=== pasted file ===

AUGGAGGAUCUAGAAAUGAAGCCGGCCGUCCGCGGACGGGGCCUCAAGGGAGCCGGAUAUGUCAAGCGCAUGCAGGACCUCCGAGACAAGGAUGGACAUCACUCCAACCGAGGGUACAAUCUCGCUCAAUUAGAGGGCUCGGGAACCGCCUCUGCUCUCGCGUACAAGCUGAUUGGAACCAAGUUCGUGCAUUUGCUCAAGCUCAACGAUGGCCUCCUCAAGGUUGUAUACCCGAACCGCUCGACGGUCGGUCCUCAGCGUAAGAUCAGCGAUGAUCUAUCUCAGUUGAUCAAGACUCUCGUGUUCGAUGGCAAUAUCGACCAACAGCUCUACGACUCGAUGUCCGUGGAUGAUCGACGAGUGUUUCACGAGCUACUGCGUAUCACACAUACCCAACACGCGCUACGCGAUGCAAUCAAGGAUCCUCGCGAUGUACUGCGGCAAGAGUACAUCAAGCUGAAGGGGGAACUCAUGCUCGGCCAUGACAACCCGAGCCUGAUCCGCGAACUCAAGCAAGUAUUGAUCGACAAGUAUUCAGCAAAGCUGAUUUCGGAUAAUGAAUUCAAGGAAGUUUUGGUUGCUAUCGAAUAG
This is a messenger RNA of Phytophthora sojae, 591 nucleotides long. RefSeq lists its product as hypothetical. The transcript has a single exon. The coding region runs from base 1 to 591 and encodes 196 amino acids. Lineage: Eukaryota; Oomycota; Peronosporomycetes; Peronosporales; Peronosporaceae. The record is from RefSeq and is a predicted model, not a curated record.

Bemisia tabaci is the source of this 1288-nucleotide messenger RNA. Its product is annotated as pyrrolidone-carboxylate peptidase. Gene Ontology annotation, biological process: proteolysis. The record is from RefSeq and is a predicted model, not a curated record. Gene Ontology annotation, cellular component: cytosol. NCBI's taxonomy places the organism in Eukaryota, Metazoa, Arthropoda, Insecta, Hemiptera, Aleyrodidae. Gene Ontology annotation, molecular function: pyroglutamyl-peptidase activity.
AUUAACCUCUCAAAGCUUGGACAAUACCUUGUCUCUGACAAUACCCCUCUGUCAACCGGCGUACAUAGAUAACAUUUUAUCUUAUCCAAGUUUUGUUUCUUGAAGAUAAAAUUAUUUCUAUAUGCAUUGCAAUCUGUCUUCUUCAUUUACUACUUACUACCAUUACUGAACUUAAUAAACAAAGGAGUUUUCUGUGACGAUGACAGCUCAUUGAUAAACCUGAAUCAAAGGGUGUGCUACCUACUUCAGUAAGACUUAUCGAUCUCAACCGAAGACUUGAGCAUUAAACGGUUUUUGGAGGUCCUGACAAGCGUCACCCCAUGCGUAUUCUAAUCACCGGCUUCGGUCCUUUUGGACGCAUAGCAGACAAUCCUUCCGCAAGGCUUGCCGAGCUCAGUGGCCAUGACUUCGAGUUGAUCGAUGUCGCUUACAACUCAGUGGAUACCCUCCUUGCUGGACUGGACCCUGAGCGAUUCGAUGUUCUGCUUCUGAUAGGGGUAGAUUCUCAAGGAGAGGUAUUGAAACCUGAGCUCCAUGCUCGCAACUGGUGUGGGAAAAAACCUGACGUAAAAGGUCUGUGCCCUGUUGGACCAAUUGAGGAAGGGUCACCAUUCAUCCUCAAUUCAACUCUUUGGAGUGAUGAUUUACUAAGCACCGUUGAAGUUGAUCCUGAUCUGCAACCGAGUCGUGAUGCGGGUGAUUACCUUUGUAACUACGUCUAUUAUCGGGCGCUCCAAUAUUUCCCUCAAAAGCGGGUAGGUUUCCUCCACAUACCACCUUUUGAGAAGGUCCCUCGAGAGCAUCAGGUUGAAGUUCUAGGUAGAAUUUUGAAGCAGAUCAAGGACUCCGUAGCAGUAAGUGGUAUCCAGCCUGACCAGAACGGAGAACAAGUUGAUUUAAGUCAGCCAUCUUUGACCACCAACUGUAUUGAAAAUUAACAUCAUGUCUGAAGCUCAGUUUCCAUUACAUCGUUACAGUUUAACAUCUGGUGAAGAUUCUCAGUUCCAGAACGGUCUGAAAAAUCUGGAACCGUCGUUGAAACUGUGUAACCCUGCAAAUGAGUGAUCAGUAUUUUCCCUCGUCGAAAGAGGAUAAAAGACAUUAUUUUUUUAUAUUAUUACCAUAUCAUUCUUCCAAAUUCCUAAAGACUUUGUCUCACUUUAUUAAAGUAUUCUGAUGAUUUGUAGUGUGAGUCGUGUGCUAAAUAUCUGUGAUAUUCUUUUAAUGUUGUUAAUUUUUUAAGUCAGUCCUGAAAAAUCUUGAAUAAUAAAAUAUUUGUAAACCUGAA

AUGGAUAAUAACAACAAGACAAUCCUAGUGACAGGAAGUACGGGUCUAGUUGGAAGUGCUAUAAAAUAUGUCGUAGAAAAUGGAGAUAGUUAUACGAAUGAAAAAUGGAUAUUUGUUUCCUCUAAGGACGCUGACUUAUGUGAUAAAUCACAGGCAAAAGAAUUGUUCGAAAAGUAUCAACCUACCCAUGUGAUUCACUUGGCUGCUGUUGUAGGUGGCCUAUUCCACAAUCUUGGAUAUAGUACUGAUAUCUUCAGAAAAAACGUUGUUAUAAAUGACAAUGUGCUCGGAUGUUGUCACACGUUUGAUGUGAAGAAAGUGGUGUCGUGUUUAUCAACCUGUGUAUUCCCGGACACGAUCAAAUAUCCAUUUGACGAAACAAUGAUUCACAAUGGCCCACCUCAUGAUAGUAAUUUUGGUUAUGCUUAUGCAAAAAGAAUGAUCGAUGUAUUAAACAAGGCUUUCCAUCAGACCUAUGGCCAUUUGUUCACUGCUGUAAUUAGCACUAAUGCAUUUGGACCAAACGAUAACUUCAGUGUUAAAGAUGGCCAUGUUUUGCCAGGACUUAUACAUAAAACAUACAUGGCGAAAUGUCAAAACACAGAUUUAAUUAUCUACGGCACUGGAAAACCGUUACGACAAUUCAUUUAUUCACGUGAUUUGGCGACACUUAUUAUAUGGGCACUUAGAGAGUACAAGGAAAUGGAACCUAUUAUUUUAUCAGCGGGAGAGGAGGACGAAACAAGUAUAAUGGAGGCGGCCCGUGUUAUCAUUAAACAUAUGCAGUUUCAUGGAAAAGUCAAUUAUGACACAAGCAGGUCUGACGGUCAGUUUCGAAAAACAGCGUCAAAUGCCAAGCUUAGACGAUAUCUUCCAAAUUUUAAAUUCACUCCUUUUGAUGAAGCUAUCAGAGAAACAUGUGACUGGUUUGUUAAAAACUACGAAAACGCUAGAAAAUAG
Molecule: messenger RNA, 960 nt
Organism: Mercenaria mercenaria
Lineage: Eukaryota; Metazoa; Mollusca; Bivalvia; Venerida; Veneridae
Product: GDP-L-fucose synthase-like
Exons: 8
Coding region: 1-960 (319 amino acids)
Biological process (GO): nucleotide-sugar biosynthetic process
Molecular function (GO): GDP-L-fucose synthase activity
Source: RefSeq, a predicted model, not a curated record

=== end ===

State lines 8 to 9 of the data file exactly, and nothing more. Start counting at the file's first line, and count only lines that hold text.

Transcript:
Lineage: Eukaryota; Metazoa; Mollusca; Bivalvia; Venerida; Veneridae
Product: GDP-L-fucose synthase-like